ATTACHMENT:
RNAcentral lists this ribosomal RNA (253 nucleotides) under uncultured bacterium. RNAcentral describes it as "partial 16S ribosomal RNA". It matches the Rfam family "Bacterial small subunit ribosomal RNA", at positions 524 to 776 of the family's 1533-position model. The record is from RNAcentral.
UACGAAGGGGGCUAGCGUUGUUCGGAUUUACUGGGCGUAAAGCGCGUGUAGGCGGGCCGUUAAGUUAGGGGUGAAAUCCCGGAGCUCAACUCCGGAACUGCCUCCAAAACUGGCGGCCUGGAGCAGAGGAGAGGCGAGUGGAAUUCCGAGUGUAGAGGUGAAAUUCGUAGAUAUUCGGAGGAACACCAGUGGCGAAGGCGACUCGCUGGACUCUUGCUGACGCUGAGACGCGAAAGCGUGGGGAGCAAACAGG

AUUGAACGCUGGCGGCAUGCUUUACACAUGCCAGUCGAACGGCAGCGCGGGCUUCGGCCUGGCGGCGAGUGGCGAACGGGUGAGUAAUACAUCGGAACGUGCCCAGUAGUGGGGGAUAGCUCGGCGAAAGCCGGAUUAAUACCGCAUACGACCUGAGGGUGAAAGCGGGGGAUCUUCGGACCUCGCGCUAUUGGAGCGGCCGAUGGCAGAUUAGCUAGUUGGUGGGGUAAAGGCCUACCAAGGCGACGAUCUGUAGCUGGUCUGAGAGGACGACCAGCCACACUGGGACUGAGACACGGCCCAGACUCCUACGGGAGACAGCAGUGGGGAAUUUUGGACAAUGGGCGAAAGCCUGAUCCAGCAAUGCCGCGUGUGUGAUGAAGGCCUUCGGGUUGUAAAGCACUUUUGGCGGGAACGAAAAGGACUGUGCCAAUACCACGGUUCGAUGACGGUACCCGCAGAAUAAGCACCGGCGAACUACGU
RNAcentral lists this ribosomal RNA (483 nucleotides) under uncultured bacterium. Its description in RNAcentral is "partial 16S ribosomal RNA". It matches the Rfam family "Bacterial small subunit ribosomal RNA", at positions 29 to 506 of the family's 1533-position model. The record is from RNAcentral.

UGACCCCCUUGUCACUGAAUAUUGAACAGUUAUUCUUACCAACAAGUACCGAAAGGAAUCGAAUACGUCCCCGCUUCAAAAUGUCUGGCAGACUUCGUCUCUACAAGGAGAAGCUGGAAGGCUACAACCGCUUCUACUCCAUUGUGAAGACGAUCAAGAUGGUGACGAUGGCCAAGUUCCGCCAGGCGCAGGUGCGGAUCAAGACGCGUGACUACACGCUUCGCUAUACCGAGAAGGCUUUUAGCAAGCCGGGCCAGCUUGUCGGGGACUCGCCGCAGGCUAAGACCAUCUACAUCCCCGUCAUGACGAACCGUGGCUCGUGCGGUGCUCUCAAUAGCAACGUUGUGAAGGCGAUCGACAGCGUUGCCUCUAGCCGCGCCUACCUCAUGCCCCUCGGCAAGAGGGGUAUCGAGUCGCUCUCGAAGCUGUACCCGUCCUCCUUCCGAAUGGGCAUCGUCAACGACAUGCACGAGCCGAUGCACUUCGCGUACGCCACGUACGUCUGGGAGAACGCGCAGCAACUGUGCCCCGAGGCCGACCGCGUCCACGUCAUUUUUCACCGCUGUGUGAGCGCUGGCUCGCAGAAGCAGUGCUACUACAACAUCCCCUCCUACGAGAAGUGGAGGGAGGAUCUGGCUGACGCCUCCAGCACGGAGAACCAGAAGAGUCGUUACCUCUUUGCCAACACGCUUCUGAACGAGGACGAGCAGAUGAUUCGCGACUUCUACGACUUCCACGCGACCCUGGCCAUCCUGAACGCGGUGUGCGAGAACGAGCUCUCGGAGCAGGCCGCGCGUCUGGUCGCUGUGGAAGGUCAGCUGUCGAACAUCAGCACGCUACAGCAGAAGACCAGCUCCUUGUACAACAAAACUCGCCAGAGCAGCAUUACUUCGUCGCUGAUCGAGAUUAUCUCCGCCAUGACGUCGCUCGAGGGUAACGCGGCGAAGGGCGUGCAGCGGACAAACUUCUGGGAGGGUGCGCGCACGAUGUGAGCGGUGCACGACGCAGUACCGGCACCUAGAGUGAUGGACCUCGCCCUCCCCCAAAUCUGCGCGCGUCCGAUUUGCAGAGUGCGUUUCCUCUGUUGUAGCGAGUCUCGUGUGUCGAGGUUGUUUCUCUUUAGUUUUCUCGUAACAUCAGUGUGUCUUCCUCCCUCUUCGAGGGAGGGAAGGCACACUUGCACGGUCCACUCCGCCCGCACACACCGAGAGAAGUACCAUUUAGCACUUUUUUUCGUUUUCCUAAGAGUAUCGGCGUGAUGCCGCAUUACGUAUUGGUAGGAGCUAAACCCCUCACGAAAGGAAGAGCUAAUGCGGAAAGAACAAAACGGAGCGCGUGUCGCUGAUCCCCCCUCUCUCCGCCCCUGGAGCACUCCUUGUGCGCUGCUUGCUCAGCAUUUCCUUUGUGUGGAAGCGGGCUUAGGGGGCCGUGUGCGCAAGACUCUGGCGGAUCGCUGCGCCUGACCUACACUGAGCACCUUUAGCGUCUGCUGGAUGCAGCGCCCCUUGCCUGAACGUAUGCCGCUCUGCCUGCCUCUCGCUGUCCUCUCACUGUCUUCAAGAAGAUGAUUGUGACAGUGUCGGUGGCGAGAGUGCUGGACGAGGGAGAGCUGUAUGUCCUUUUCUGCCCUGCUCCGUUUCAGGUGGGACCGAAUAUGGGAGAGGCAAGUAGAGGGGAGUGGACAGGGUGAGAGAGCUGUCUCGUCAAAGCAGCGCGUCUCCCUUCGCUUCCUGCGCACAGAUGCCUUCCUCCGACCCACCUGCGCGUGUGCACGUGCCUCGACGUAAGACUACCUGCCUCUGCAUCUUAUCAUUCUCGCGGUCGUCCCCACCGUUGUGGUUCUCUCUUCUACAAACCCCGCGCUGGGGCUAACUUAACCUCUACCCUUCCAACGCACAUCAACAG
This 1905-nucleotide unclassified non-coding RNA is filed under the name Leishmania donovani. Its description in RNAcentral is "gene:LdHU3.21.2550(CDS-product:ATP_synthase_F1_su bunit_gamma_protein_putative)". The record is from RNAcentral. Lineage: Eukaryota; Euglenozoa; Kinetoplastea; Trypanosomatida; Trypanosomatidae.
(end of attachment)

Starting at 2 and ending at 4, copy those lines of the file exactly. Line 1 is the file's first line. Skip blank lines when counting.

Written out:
UACGAAGGGGGCUAGCGUUGUUCGGAUUUACUGGGCGUAAAGCGCGUGUAGGCGGGCCGUUAAGUUAGGGGUGAAAUCCCGGAGCUCAACUCCGGAACUGCCUCCAAAACUGGCGGCCUGGAGCAGAGGAGAGGCGAGUGGAAUUCCGAGUGUAGAGGUGAAAUUCGUAGAUAUUCGGAGGAACACCAGUGGCGAAGGCGACUCGCUGGACUCUUGCUGACGCUGAGACGCGAAAGCGUGGGGAGCAAACAGG

AUUGAACGCUGGCGGCAUGCUUUACACAUGCCAGUCGAACGGCAGCGCGGGCUUCGGCCUGGCGGCGAGUGGCGAACGGGUGAGUAAUACAUCGGAACGUGCCCAGUAGUGGGGGAUAGCUCGGCGAAAGCCGGAUUAAUACCGCAUACGACCUGAGGGUGAAAGCGGGGGAUCUUCGGACCUCGCGCUAUUGGAGCGGCCGAUGGCAGAUUAGCUAGUUGGUGGGGUAAAGGCCUACCAAGGCGACGAUCUGUAGCUGGUCUGAGAGGACGACCAGCCACACUGGGACUGAGACACGGCCCAGACUCCUACGGGAGACAGCAGUGGGGAAUUUUGGACAAUGGGCGAAAGCCUGAUCCAGCAAUGCCGCGUGUGUGAUGAAGGCCUUCGGGUUGUAAAGCACUUUUGGCGGGAACGAAAAGGACUGUGCCAAUACCACGGUUCGAUGACGGUACCCGCAGAAUAAGCACCGGCGAACUACGU
RNAcentral lists this ribosomal RNA (483 nucleotides) under uncultured bacterium. Its description in RNAcentral is "partial 16S ribosomal RNA". It matches the Rfam family "Bacterial small subunit ribosomal RNA", at positions 29 to 506 of the family's 1533-position model. The record is from RNAcentral.